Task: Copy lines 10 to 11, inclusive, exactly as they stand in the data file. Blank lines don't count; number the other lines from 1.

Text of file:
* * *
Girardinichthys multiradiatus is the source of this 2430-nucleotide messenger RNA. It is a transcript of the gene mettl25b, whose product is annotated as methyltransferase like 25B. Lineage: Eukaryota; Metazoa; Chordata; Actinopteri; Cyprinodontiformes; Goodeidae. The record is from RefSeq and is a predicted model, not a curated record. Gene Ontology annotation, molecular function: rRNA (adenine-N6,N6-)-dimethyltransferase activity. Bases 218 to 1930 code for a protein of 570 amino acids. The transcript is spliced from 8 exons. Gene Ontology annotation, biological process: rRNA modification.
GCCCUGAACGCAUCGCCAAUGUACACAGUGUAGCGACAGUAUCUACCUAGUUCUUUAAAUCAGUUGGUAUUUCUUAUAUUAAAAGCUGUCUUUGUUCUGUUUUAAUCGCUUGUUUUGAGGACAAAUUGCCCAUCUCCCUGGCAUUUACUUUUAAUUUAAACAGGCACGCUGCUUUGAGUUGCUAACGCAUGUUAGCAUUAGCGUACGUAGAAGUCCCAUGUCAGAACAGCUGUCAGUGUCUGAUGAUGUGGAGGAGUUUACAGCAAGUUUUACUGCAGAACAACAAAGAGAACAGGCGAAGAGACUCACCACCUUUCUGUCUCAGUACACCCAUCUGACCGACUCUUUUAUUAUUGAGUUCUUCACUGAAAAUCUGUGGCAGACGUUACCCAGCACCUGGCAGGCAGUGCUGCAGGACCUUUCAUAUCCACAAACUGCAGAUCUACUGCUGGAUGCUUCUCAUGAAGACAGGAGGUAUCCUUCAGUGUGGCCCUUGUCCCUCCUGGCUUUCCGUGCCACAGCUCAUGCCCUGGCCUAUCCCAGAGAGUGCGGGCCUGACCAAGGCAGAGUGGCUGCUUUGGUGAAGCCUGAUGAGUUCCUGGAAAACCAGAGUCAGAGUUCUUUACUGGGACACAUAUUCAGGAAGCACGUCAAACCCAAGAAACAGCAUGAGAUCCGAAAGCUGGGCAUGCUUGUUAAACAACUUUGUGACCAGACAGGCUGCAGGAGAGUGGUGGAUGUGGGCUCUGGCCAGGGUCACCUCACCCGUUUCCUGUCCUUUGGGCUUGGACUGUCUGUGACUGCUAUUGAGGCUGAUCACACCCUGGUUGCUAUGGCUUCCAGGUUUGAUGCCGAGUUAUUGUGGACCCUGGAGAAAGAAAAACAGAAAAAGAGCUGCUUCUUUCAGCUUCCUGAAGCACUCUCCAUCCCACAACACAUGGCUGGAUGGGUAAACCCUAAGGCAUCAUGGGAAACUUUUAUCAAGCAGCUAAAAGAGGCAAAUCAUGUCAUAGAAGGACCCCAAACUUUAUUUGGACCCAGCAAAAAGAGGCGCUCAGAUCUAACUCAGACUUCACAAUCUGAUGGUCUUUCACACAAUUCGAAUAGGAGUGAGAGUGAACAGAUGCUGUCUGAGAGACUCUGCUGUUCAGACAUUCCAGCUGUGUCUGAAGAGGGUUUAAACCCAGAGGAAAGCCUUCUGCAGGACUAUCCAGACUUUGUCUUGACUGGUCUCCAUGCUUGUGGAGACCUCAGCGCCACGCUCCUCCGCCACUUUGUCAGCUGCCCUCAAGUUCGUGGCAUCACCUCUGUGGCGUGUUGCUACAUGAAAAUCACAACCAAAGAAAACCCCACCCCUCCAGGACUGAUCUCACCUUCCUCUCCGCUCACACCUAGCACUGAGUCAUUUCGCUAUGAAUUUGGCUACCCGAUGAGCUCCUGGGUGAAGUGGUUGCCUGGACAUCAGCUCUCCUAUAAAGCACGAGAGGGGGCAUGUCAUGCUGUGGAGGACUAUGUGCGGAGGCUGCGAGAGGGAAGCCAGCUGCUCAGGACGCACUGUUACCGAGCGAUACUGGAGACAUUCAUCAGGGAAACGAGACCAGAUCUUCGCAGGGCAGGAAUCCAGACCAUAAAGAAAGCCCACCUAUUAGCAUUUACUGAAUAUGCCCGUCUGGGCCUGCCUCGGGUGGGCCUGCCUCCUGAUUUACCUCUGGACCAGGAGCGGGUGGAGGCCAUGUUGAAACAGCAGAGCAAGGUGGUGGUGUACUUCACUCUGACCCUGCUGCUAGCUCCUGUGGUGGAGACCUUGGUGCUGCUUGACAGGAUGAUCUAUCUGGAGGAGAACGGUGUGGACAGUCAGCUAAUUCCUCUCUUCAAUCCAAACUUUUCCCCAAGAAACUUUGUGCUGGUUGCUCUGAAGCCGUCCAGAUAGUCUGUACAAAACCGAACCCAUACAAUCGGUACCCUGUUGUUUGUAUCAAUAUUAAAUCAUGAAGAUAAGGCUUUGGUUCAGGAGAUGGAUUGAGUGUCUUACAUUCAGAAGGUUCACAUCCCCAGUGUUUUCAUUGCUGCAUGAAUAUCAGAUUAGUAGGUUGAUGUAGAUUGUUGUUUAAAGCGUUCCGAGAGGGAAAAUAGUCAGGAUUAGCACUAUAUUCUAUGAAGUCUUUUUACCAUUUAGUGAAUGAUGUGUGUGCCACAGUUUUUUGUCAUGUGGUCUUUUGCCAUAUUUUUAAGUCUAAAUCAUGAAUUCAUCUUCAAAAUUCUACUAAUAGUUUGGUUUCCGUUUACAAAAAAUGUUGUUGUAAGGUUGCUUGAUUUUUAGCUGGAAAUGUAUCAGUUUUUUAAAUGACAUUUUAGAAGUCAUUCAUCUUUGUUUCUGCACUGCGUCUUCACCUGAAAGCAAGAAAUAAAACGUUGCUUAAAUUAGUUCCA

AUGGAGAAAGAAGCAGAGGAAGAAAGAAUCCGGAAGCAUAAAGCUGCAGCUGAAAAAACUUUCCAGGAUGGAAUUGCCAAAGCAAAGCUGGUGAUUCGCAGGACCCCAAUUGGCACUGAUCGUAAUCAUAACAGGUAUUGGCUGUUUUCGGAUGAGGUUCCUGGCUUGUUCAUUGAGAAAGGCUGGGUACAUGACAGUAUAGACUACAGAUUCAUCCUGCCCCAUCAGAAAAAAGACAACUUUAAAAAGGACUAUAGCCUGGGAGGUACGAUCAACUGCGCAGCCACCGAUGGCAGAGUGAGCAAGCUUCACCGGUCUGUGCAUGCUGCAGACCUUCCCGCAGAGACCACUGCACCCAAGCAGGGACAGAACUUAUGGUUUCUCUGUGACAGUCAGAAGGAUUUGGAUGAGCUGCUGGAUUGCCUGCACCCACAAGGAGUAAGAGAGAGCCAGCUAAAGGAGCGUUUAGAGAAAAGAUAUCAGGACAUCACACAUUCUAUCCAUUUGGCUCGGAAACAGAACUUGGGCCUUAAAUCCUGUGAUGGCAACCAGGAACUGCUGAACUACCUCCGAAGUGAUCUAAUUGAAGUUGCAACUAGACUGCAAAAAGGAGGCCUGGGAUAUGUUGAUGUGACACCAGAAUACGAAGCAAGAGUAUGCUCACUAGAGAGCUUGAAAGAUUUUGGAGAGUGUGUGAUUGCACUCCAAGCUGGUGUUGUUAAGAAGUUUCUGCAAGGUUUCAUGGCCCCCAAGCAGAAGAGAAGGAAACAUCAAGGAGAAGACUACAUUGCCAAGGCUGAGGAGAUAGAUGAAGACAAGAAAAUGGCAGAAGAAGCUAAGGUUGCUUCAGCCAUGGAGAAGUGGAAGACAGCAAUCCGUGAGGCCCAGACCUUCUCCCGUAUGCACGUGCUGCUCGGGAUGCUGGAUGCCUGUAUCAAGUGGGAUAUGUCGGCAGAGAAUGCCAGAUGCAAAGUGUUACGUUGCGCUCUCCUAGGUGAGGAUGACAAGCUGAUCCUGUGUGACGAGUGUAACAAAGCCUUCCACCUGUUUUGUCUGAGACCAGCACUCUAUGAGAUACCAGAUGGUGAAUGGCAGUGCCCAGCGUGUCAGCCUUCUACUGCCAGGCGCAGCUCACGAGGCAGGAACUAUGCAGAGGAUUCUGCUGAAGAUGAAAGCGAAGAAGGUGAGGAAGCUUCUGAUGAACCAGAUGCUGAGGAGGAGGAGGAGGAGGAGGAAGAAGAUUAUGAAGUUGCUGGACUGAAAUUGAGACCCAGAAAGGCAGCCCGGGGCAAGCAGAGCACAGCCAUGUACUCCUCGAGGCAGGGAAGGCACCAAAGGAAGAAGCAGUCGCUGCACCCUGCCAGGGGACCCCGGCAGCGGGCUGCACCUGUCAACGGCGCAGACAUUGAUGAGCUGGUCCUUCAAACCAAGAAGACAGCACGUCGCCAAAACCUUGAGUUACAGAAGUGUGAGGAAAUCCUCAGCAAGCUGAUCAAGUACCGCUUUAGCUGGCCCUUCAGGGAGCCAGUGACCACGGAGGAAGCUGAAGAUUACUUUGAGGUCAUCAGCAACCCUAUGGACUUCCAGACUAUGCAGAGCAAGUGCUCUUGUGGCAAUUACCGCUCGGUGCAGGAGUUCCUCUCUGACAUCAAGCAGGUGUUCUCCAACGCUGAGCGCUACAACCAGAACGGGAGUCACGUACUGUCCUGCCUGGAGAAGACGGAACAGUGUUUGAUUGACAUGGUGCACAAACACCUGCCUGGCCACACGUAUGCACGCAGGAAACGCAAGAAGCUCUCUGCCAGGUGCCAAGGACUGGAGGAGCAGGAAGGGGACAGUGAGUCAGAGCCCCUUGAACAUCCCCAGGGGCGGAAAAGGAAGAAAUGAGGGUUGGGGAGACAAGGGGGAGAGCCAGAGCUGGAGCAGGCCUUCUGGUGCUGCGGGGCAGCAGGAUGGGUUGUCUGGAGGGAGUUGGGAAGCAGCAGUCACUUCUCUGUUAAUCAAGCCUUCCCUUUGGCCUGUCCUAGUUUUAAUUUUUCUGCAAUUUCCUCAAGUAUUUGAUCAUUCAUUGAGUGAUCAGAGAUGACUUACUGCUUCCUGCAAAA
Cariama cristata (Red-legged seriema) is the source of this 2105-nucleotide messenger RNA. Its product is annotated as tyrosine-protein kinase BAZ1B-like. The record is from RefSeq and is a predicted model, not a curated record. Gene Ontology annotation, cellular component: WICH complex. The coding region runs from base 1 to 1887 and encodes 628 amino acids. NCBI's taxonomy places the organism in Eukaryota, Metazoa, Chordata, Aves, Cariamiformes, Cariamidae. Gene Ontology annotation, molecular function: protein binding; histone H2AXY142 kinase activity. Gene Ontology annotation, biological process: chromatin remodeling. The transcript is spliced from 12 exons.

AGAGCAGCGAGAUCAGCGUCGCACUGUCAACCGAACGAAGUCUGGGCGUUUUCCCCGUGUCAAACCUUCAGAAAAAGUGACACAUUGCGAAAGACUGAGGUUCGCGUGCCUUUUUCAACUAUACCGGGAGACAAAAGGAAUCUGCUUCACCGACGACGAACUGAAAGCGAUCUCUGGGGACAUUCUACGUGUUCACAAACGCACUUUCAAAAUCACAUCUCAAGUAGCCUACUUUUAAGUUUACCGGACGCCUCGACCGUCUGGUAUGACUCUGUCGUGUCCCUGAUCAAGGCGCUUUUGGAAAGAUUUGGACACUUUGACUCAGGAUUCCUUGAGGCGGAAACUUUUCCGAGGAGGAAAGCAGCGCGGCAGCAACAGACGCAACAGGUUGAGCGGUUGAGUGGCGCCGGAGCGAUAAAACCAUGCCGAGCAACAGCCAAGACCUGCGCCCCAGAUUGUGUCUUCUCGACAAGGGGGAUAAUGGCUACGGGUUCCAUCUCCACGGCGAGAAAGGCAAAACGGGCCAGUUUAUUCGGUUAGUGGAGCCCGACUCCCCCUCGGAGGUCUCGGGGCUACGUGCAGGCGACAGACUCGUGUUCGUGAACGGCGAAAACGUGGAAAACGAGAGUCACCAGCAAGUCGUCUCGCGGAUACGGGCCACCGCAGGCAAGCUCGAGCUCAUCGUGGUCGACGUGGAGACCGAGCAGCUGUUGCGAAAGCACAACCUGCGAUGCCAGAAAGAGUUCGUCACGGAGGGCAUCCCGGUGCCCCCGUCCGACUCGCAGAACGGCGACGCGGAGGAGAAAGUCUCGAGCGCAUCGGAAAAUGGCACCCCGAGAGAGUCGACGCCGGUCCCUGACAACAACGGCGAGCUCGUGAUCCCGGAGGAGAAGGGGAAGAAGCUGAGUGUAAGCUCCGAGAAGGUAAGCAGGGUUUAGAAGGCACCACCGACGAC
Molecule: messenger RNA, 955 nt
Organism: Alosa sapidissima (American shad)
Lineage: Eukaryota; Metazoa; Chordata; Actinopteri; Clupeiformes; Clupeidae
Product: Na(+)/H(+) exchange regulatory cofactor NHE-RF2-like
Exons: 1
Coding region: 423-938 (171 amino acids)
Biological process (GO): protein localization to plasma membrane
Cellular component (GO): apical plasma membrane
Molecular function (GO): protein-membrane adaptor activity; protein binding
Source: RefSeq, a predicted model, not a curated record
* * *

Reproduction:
Exons: 1
Coding region: 423-938 (171 amino acids)